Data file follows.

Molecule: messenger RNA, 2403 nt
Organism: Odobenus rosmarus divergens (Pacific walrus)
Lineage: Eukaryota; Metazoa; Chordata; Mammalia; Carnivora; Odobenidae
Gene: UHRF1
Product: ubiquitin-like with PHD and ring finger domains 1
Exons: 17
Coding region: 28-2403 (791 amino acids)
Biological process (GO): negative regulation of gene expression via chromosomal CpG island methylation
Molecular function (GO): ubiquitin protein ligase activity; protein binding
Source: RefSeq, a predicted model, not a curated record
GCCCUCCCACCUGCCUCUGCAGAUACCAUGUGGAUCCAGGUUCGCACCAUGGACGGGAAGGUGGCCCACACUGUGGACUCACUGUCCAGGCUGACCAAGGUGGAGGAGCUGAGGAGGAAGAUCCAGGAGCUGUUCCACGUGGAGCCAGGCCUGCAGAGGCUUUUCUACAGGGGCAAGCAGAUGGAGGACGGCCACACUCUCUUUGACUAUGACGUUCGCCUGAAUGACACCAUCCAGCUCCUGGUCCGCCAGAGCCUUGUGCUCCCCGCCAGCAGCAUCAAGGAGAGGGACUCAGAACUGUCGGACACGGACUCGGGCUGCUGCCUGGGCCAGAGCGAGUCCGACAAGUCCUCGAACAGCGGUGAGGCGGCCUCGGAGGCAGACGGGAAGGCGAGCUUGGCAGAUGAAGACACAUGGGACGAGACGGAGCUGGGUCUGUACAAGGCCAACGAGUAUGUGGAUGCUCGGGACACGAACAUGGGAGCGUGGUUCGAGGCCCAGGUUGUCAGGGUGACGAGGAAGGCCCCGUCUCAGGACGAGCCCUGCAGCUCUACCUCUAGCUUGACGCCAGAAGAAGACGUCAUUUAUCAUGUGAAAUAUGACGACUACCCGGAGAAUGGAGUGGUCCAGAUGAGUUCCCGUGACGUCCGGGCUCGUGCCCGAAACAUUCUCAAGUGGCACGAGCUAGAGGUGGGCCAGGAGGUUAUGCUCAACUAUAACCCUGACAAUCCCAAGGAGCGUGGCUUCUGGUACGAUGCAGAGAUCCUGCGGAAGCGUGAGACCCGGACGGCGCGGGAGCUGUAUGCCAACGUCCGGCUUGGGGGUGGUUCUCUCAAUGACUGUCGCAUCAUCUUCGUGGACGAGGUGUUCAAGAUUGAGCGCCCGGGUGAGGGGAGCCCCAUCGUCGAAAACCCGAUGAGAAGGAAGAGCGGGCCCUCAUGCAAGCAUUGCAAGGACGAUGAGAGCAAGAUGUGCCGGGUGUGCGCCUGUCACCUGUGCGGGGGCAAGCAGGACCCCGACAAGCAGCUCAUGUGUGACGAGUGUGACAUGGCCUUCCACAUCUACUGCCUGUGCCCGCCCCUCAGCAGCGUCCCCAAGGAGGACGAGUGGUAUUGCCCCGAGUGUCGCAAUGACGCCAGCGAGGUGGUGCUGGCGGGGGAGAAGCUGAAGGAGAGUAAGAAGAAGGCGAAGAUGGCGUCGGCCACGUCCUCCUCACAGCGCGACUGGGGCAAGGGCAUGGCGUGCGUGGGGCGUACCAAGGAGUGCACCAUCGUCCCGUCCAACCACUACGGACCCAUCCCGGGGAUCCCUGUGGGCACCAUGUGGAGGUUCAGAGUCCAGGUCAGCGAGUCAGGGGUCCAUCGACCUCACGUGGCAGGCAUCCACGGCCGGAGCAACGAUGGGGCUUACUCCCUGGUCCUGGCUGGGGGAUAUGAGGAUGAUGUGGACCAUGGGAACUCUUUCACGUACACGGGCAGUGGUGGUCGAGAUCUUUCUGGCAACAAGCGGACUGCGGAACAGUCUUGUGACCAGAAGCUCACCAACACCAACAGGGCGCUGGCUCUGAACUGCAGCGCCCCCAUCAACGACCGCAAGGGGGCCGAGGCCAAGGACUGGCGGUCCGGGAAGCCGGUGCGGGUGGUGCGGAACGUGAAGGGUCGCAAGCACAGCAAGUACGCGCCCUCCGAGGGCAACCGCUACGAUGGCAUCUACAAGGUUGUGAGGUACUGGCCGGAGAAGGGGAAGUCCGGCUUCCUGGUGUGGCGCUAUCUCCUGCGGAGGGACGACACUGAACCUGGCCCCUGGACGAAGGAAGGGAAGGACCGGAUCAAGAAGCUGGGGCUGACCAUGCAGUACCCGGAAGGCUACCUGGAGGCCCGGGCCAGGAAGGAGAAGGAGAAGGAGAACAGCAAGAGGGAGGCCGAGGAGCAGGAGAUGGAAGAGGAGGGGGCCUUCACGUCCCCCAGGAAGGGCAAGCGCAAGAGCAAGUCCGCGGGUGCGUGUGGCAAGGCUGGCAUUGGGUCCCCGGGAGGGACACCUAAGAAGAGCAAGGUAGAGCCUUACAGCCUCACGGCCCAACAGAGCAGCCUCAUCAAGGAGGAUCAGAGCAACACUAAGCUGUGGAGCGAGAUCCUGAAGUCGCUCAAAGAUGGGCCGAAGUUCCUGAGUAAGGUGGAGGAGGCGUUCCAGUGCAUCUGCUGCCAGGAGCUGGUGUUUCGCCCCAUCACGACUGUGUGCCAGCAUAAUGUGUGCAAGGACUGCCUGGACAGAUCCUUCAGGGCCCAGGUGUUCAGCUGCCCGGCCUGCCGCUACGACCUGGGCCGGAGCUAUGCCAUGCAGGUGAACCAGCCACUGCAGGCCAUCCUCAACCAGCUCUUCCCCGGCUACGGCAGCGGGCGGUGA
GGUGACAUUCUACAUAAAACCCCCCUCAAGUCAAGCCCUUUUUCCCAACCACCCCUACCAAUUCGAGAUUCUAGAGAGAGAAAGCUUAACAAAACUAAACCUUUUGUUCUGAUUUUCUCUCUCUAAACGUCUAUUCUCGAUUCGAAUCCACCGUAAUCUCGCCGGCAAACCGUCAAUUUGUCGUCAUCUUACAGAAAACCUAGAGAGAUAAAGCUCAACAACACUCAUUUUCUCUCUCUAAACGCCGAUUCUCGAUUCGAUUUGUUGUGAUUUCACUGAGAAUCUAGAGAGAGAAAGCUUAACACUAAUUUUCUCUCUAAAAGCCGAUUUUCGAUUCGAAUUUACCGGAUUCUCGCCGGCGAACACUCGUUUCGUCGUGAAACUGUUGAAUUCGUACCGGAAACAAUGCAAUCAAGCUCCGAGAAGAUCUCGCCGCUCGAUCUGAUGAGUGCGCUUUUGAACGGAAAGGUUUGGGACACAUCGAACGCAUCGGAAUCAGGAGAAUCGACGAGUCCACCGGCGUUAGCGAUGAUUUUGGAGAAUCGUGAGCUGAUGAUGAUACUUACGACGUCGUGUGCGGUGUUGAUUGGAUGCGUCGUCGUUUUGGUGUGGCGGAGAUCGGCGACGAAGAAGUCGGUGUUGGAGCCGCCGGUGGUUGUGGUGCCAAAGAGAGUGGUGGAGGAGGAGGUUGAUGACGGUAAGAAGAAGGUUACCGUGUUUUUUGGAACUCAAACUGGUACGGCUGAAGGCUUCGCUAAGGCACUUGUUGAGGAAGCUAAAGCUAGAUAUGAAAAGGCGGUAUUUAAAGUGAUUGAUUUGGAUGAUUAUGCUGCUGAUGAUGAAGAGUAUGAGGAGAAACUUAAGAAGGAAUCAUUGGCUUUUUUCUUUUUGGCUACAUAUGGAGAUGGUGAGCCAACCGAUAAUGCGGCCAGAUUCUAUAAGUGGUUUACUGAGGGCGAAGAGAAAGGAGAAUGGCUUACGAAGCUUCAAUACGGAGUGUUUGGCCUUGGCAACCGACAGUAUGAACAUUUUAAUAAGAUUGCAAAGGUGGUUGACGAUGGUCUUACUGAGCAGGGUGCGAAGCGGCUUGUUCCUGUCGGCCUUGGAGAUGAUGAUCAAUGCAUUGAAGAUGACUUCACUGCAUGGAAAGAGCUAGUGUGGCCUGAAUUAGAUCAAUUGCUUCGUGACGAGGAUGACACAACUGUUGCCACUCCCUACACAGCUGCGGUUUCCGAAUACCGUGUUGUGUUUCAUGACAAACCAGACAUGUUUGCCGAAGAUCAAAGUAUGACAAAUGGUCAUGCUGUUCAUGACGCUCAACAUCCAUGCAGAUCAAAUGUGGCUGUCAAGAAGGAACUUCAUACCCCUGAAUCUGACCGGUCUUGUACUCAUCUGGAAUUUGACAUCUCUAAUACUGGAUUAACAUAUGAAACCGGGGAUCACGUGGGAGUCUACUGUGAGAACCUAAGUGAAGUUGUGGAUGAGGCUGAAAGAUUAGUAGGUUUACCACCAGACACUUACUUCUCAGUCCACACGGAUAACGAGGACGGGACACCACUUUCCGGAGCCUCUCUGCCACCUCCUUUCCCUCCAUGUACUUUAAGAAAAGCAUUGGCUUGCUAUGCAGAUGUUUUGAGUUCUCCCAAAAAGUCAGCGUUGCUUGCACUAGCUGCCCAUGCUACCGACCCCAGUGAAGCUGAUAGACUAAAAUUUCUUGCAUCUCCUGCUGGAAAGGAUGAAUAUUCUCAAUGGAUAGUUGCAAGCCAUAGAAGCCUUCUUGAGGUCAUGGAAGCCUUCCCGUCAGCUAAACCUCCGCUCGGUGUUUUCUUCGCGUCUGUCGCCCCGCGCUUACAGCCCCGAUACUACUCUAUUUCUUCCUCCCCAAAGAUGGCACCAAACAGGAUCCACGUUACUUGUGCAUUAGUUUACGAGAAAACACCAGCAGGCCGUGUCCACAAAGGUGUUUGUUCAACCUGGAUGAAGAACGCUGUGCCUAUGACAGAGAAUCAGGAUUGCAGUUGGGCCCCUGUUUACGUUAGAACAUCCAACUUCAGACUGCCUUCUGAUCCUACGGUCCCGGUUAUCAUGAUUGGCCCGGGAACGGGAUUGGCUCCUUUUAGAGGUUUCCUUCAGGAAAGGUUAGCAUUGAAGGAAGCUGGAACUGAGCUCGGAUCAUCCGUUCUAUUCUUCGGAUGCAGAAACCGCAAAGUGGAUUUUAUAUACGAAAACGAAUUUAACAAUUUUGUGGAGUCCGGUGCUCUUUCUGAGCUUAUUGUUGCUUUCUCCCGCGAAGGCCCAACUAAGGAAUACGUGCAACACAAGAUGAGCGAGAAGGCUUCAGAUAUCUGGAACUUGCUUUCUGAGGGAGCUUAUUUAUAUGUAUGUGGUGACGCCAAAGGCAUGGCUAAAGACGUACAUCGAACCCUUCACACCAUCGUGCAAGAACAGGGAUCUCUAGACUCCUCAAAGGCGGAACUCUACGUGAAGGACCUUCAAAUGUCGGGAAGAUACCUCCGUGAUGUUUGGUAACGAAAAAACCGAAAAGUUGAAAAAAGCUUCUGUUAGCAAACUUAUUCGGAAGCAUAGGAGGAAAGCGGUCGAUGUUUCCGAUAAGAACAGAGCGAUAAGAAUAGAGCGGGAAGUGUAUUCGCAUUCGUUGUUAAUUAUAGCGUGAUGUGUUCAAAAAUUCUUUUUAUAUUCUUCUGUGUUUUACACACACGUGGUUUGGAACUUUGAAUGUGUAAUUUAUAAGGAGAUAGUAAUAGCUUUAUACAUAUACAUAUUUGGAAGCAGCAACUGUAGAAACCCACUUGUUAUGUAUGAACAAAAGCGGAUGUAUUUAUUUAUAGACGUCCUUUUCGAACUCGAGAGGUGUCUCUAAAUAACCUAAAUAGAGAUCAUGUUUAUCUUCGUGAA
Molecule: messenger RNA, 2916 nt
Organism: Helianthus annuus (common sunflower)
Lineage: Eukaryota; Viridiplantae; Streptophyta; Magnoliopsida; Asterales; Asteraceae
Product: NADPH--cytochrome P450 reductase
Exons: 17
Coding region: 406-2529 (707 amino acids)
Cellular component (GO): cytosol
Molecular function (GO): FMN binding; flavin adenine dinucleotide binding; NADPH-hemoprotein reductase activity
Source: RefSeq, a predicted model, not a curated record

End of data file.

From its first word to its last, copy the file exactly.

Molecule: messenger RNA, 2403 nt
Organism: Odobenus rosmarus divergens (Pacific walrus)
Lineage: Eukaryota; Metazoa; Chordata; Mammalia; Carnivora; Odobenidae
Gene: UHRF1
Product: ubiquitin-like with PHD and ring finger domains 1
Exons: 17
Coding region: 28-2403 (791 amino acids)
Biological process (GO): negative regulation of gene expression via chromosomal CpG island methylation
Molecular function (GO): ubiquitin protein ligase activity; protein binding
Source: RefSeq, a predicted model, not a curated record
GCCCUCCCACCUGCCUCUGCAGAUACCAUGUGGAUCCAGGUUCGCACCAUGGACGGGAAGGUGGCCCACACUGUGGACUCACUGUCCAGGCUGACCAAGGUGGAGGAGCUGAGGAGGAAGAUCCAGGAGCUGUUCCACGUGGAGCCAGGCCUGCAGAGGCUUUUCUACAGGGGCAAGCAGAUGGAGGACGGCCACACUCUCUUUGACUAUGACGUUCGCCUGAAUGACACCAUCCAGCUCCUGGUCCGCCAGAGCCUUGUGCUCCCCGCCAGCAGCAUCAAGGAGAGGGACUCAGAACUGUCGGACACGGACUCGGGCUGCUGCCUGGGCCAGAGCGAGUCCGACAAGUCCUCGAACAGCGGUGAGGCGGCCUCGGAGGCAGACGGGAAGGCGAGCUUGGCAGAUGAAGACACAUGGGACGAGACGGAGCUGGGUCUGUACAAGGCCAACGAGUAUGUGGAUGCUCGGGACACGAACAUGGGAGCGUGGUUCGAGGCCCAGGUUGUCAGGGUGACGAGGAAGGCCCCGUCUCAGGACGAGCCCUGCAGCUCUACCUCUAGCUUGACGCCAGAAGAAGACGUCAUUUAUCAUGUGAAAUAUGACGACUACCCGGAGAAUGGAGUGGUCCAGAUGAGUUCCCGUGACGUCCGGGCUCGUGCCCGAAACAUUCUCAAGUGGCACGAGCUAGAGGUGGGCCAGGAGGUUAUGCUCAACUAUAACCCUGACAAUCCCAAGGAGCGUGGCUUCUGGUACGAUGCAGAGAUCCUGCGGAAGCGUGAGACCCGGACGGCGCGGGAGCUGUAUGCCAACGUCCGGCUUGGGGGUGGUUCUCUCAAUGACUGUCGCAUCAUCUUCGUGGACGAGGUGUUCAAGAUUGAGCGCCCGGGUGAGGGGAGCCCCAUCGUCGAAAACCCGAUGAGAAGGAAGAGCGGGCCCUCAUGCAAGCAUUGCAAGGACGAUGAGAGCAAGAUGUGCCGGGUGUGCGCCUGUCACCUGUGCGGGGGCAAGCAGGACCCCGACAAGCAGCUCAUGUGUGACGAGUGUGACAUGGCCUUCCACAUCUACUGCCUGUGCCCGCCCCUCAGCAGCGUCCCCAAGGAGGACGAGUGGUAUUGCCCCGAGUGUCGCAAUGACGCCAGCGAGGUGGUGCUGGCGGGGGAGAAGCUGAAGGAGAGUAAGAAGAAGGCGAAGAUGGCGUCGGCCACGUCCUCCUCACAGCGCGACUGGGGCAAGGGCAUGGCGUGCGUGGGGCGUACCAAGGAGUGCACCAUCGUCCCGUCCAACCACUACGGACCCAUCCCGGGGAUCCCUGUGGGCACCAUGUGGAGGUUCAGAGUCCAGGUCAGCGAGUCAGGGGUCCAUCGACCUCACGUGGCAGGCAUCCACGGCCGGAGCAACGAUGGGGCUUACUCCCUGGUCCUGGCUGGGGGAUAUGAGGAUGAUGUGGACCAUGGGAACUCUUUCACGUACACGGGCAGUGGUGGUCGAGAUCUUUCUGGCAACAAGCGGACUGCGGAACAGUCUUGUGACCAGAAGCUCACCAACACCAACAGGGCGCUGGCUCUGAACUGCAGCGCCCCCAUCAACGACCGCAAGGGGGCCGAGGCCAAGGACUGGCGGUCCGGGAAGCCGGUGCGGGUGGUGCGGAACGUGAAGGGUCGCAAGCACAGCAAGUACGCGCCCUCCGAGGGCAACCGCUACGAUGGCAUCUACAAGGUUGUGAGGUACUGGCCGGAGAAGGGGAAGUCCGGCUUCCUGGUGUGGCGCUAUCUCCUGCGGAGGGACGACACUGAACCUGGCCCCUGGACGAAGGAAGGGAAGGACCGGAUCAAGAAGCUGGGGCUGACCAUGCAGUACCCGGAAGGCUACCUGGAGGCCCGGGCCAGGAAGGAGAAGGAGAAGGAGAACAGCAAGAGGGAGGCCGAGGAGCAGGAGAUGGAAGAGGAGGGGGCCUUCACGUCCCCCAGGAAGGGCAAGCGCAAGAGCAAGUCCGCGGGUGCGUGUGGCAAGGCUGGCAUUGGGUCCCCGGGAGGGACACCUAAGAAGAGCAAGGUAGAGCCUUACAGCCUCACGGCCCAACAGAGCAGCCUCAUCAAGGAGGAUCAGAGCAACACUAAGCUGUGGAGCGAGAUCCUGAAGUCGCUCAAAGAUGGGCCGAAGUUCCUGAGUAAGGUGGAGGAGGCGUUCCAGUGCAUCUGCUGCCAGGAGCUGGUGUUUCGCCCCAUCACGACUGUGUGCCAGCAUAAUGUGUGCAAGGACUGCCUGGACAGAUCCUUCAGGGCCCAGGUGUUCAGCUGCCCGGCCUGCCGCUACGACCUGGGCCGGAGCUAUGCCAUGCAGGUGAACCAGCCACUGCAGGCCAUCCUCAACCAGCUCUUCCCCGGCUACGGCAGCGGGCGGUGA
GGUGACAUUCUACAUAAAACCCCCCUCAAGUCAAGCCCUUUUUCCCAACCACCCCUACCAAUUCGAGAUUCUAGAGAGAGAAAGCUUAACAAAACUAAACCUUUUGUUCUGAUUUUCUCUCUCUAAACGUCUAUUCUCGAUUCGAAUCCACCGUAAUCUCGCCGGCAAACCGUCAAUUUGUCGUCAUCUUACAGAAAACCUAGAGAGAUAAAGCUCAACAACACUCAUUUUCUCUCUCUAAACGCCGAUUCUCGAUUCGAUUUGUUGUGAUUUCACUGAGAAUCUAGAGAGAGAAAGCUUAACACUAAUUUUCUCUCUAAAAGCCGAUUUUCGAUUCGAAUUUACCGGAUUCUCGCCGGCGAACACUCGUUUCGUCGUGAAACUGUUGAAUUCGUACCGGAAACAAUGCAAUCAAGCUCCGAGAAGAUCUCGCCGCUCGAUCUGAUGAGUGCGCUUUUGAACGGAAAGGUUUGGGACACAUCGAACGCAUCGGAAUCAGGAGAAUCGACGAGUCCACCGGCGUUAGCGAUGAUUUUGGAGAAUCGUGAGCUGAUGAUGAUACUUACGACGUCGUGUGCGGUGUUGAUUGGAUGCGUCGUCGUUUUGGUGUGGCGGAGAUCGGCGACGAAGAAGUCGGUGUUGGAGCCGCCGGUGGUUGUGGUGCCAAAGAGAGUGGUGGAGGAGGAGGUUGAUGACGGUAAGAAGAAGGUUACCGUGUUUUUUGGAACUCAAACUGGUACGGCUGAAGGCUUCGCUAAGGCACUUGUUGAGGAAGCUAAAGCUAGAUAUGAAAAGGCGGUAUUUAAAGUGAUUGAUUUGGAUGAUUAUGCUGCUGAUGAUGAAGAGUAUGAGGAGAAACUUAAGAAGGAAUCAUUGGCUUUUUUCUUUUUGGCUACAUAUGGAGAUGGUGAGCCAACCGAUAAUGCGGCCAGAUUCUAUAAGUGGUUUACUGAGGGCGAAGAGAAAGGAGAAUGGCUUACGAAGCUUCAAUACGGAGUGUUUGGCCUUGGCAACCGACAGUAUGAACAUUUUAAUAAGAUUGCAAAGGUGGUUGACGAUGGUCUUACUGAGCAGGGUGCGAAGCGGCUUGUUCCUGUCGGCCUUGGAGAUGAUGAUCAAUGCAUUGAAGAUGACUUCACUGCAUGGAAAGAGCUAGUGUGGCCUGAAUUAGAUCAAUUGCUUCGUGACGAGGAUGACACAACUGUUGCCACUCCCUACACAGCUGCGGUUUCCGAAUACCGUGUUGUGUUUCAUGACAAACCAGACAUGUUUGCCGAAGAUCAAAGUAUGACAAAUGGUCAUGCUGUUCAUGACGCUCAACAUCCAUGCAGAUCAAAUGUGGCUGUCAAGAAGGAACUUCAUACCCCUGAAUCUGACCGGUCUUGUACUCAUCUGGAAUUUGACAUCUCUAAUACUGGAUUAACAUAUGAAACCGGGGAUCACGUGGGAGUCUACUGUGAGAACCUAAGUGAAGUUGUGGAUGAGGCUGAAAGAUUAGUAGGUUUACCACCAGACACUUACUUCUCAGUCCACACGGAUAACGAGGACGGGACACCACUUUCCGGAGCCUCUCUGCCACCUCCUUUCCCUCCAUGUACUUUAAGAAAAGCAUUGGCUUGCUAUGCAGAUGUUUUGAGUUCUCCCAAAAAGUCAGCGUUGCUUGCACUAGCUGCCCAUGCUACCGACCCCAGUGAAGCUGAUAGACUAAAAUUUCUUGCAUCUCCUGCUGGAAAGGAUGAAUAUUCUCAAUGGAUAGUUGCAAGCCAUAGAAGCCUUCUUGAGGUCAUGGAAGCCUUCCCGUCAGCUAAACCUCCGCUCGGUGUUUUCUUCGCGUCUGUCGCCCCGCGCUUACAGCCCCGAUACUACUCUAUUUCUUCCUCCCCAAAGAUGGCACCAAACAGGAUCCACGUUACUUGUGCAUUAGUUUACGAGAAAACACCAGCAGGCCGUGUCCACAAAGGUGUUUGUUCAACCUGGAUGAAGAACGCUGUGCCUAUGACAGAGAAUCAGGAUUGCAGUUGGGCCCCUGUUUACGUUAGAACAUCCAACUUCAGACUGCCUUCUGAUCCUACGGUCCCGGUUAUCAUGAUUGGCCCGGGAACGGGAUUGGCUCCUUUUAGAGGUUUCCUUCAGGAAAGGUUAGCAUUGAAGGAAGCUGGAACUGAGCUCGGAUCAUCCGUUCUAUUCUUCGGAUGCAGAAACCGCAAAGUGGAUUUUAUAUACGAAAACGAAUUUAACAAUUUUGUGGAGUCCGGUGCUCUUUCUGAGCUUAUUGUUGCUUUCUCCCGCGAAGGCCCAACUAAGGAAUACGUGCAACACAAGAUGAGCGAGAAGGCUUCAGAUAUCUGGAACUUGCUUUCUGAGGGAGCUUAUUUAUAUGUAUGUGGUGACGCCAAAGGCAUGGCUAAAGACGUACAUCGAACCCUUCACACCAUCGUGCAAGAACAGGGAUCUCUAGACUCCUCAAAGGCGGAACUCUACGUGAAGGACCUUCAAAUGUCGGGAAGAUACCUCCGUGAUGUUUGGUAACGAAAAAACCGAAAAGUUGAAAAAAGCUUCUGUUAGCAAACUUAUUCGGAAGCAUAGGAGGAAAGCGGUCGAUGUUUCCGAUAAGAACAGAGCGAUAAGAAUAGAGCGGGAAGUGUAUUCGCAUUCGUUGUUAAUUAUAGCGUGAUGUGUUCAAAAAUUCUUUUUAUAUUCUUCUGUGUUUUACACACACGUGGUUUGGAACUUUGAAUGUGUAAUUUAUAAGGAGAUAGUAAUAGCUUUAUACAUAUACAUAUUUGGAAGCAGCAACUGUAGAAACCCACUUGUUAUGUAUGAACAAAAGCGGAUGUAUUUAUUUAUAGACGUCCUUUUCGAACUCGAGAGGUGUCUCUAAAUAACCUAAAUAGAGAUCAUGUUUAUCUUCGUGAA
Molecule: messenger RNA, 2916 nt
Organism: Helianthus annuus (common sunflower)
Lineage: Eukaryota; Viridiplantae; Streptophyta; Magnoliopsida; Asterales; Asteraceae
Product: NADPH--cytochrome P450 reductase
Exons: 17
Coding region: 406-2529 (707 amino acids)
Cellular component (GO): cytosol
Molecular function (GO): FMN binding; flavin adenine dinucleotide binding; NADPH-hemoprotein reductase activity
Source: RefSeq, a predicted model, not a curated record